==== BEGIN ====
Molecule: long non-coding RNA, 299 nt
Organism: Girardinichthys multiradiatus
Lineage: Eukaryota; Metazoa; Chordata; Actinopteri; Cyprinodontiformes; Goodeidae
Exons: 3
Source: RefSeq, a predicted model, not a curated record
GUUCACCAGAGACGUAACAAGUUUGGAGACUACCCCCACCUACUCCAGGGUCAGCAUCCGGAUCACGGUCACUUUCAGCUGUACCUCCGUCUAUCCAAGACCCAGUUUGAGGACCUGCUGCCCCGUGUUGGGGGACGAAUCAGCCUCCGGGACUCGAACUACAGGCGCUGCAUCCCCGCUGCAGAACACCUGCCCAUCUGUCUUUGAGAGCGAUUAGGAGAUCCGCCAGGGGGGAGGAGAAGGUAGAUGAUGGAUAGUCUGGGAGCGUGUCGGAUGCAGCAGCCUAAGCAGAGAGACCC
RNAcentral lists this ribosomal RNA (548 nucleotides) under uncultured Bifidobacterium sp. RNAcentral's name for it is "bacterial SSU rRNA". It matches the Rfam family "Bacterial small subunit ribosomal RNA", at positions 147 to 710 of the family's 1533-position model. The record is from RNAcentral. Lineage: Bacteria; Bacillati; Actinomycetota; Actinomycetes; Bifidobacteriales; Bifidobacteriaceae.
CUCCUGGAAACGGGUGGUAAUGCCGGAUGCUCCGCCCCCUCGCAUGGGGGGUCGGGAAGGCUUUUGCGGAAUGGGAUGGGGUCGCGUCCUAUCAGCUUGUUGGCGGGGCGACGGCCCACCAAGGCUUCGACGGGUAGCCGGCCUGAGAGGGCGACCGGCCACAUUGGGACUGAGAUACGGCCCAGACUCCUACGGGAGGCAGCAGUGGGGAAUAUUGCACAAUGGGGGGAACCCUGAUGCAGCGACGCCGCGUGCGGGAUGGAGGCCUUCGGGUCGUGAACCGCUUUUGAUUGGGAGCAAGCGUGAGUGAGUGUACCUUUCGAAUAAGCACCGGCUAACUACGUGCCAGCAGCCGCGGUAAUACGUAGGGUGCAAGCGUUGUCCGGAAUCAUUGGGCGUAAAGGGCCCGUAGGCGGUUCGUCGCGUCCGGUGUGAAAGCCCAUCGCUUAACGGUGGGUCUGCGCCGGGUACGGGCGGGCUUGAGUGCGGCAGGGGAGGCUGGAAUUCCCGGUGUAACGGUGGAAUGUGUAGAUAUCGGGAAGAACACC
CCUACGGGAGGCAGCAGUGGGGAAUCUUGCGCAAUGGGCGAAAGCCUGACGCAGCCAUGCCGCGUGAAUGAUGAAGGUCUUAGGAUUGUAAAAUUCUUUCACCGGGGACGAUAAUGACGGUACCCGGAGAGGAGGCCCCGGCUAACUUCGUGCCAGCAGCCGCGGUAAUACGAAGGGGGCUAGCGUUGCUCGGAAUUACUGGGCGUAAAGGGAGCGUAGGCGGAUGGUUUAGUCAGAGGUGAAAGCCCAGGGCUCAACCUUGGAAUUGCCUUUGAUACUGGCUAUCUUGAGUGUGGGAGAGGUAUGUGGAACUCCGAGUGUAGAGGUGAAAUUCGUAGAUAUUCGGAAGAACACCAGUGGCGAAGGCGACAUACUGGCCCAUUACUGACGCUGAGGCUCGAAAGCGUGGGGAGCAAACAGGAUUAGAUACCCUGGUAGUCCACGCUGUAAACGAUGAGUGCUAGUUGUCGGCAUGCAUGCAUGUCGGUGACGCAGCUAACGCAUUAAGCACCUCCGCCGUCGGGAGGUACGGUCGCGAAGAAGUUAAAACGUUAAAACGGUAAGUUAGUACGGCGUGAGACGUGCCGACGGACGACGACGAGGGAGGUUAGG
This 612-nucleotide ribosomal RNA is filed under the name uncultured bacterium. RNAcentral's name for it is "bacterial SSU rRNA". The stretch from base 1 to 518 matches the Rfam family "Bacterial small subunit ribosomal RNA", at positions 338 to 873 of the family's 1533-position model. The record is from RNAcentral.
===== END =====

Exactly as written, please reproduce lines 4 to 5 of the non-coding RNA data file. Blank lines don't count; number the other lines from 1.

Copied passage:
Exons: 3
Source: RefSeq, a predicted model, not a curated record